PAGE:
11. Thats the second one! One of the risk factors for meningitis is close quarters with others who might have some part of the spectrum of illness. Now, whenever I hear about positive sick contacts, I make sure to consider, and document, why I don't think its meningococcus or CO poisoning before labelling them as URI. I've been thinking about this a lot lately... so much of our job is pattern recognition, and exercises like in this thread is all about recognizing those triggers that should make you stop and take a second to think, "I remember this could represent something easily missed". If anybody else has cases / examples to share, please post them!
  12. FWIW, the UCC associated with our ED is in the same hospital system and they only send the patient one bill for the ED if the patient is sent. I'd imagine if you're not in same billing system you wouldn't be held to that.
  13. Bingo! CO poisoning is one of two emergency ddx that comes to mind if someone else at home has it as well. Anybody care to guess the other one? Our standard blood work and viral testing would miss this other dx, so you have to know to look for it and its largely a clinical suspicion thing. I'll give a clue... the nurse comes to you and gives you an update while waiting for tests to come back, "hey FYI that guy in room 8 seems like he is getting one of those "viral exanthems" - small spots of pink / red popping up throughout body. You press on it and it doesn't blanch. Thoughts?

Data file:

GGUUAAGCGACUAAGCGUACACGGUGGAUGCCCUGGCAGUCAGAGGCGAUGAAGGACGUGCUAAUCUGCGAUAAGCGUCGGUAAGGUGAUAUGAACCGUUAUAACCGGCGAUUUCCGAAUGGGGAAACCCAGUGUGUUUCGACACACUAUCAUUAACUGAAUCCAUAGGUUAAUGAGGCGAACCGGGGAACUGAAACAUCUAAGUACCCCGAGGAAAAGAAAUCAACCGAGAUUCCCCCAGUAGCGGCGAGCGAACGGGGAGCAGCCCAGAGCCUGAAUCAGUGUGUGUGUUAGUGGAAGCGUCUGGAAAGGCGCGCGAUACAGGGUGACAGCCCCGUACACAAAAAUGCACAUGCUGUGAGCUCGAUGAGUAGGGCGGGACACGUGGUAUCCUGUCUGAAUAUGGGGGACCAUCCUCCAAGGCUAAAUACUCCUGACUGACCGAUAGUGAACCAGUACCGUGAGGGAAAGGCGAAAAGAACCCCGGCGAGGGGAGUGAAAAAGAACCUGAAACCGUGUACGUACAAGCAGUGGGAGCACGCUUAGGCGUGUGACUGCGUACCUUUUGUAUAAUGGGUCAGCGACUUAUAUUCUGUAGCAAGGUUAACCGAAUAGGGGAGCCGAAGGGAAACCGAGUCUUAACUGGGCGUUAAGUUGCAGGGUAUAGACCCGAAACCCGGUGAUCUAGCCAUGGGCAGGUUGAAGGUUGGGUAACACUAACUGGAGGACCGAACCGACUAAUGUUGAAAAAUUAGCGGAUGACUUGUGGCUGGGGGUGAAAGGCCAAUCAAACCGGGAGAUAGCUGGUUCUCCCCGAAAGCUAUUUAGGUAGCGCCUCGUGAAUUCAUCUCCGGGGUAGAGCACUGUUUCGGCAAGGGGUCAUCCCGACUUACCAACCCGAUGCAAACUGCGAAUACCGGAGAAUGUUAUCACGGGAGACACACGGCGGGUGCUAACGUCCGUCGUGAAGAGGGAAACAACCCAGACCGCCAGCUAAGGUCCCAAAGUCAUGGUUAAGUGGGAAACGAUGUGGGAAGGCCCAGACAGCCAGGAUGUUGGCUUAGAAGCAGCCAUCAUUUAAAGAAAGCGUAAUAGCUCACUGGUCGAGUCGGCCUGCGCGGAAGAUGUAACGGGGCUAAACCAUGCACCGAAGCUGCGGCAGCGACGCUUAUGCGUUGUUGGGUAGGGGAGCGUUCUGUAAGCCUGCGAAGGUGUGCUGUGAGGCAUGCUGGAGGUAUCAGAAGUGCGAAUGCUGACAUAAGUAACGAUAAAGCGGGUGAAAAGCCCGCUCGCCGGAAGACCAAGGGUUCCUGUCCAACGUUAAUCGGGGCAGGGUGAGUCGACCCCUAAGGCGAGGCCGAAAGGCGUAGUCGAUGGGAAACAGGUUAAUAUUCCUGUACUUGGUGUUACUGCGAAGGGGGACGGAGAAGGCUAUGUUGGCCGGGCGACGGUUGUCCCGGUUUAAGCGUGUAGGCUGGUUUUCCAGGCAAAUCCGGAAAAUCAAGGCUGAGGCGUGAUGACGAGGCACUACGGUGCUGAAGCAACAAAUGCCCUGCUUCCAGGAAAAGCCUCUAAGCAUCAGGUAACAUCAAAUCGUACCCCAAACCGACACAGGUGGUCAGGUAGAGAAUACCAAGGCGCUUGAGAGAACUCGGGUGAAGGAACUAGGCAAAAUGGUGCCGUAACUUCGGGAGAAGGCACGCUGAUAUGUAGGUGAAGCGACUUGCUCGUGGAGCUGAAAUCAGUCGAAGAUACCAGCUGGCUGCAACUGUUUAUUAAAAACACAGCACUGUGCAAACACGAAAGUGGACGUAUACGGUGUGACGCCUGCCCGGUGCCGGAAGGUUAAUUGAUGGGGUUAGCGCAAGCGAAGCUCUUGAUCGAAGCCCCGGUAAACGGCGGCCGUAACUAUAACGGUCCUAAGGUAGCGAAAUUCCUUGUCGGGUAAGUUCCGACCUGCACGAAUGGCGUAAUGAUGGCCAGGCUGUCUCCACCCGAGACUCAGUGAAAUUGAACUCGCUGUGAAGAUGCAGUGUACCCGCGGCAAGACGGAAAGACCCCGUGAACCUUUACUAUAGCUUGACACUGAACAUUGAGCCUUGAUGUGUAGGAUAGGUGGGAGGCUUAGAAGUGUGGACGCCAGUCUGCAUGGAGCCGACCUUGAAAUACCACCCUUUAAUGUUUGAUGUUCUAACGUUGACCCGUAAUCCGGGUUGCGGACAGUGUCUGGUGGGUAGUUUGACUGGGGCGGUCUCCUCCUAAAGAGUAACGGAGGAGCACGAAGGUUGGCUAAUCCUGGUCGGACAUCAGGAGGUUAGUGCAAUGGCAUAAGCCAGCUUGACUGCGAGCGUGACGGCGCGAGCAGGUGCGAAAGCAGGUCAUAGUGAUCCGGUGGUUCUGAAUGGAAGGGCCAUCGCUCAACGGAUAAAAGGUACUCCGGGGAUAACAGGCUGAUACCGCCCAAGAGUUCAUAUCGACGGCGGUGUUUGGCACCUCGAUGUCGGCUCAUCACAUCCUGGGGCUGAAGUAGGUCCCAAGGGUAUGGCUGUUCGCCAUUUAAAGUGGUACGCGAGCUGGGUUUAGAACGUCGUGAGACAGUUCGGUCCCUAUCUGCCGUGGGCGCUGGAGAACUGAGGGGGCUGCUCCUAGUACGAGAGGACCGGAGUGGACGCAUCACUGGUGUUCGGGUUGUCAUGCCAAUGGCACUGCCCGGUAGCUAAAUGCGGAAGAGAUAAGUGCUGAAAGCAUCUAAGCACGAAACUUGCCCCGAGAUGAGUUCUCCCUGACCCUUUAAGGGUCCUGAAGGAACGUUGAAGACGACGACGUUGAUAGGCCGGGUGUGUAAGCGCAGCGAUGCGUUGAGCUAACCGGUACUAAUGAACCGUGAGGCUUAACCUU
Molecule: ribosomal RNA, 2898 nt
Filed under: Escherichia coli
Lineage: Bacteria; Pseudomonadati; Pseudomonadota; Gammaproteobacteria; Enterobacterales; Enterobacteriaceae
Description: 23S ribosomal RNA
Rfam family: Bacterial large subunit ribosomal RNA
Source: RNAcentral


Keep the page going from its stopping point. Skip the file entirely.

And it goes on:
14. Another theme I've noticed during my first years out was anchoring on sick contacts as a definitely benign sign... of course it most often is, but are there things you should consider and ask about in HnP before anchoring on a benign infectious process? case 16. 21 year old male living in a fraternity comes in for malaise, sore throat, feeling feverish, headache, body aches. His roommate is sick with similar syndrome --> strep test is negative --> do you discharge him? What else is on your ddx?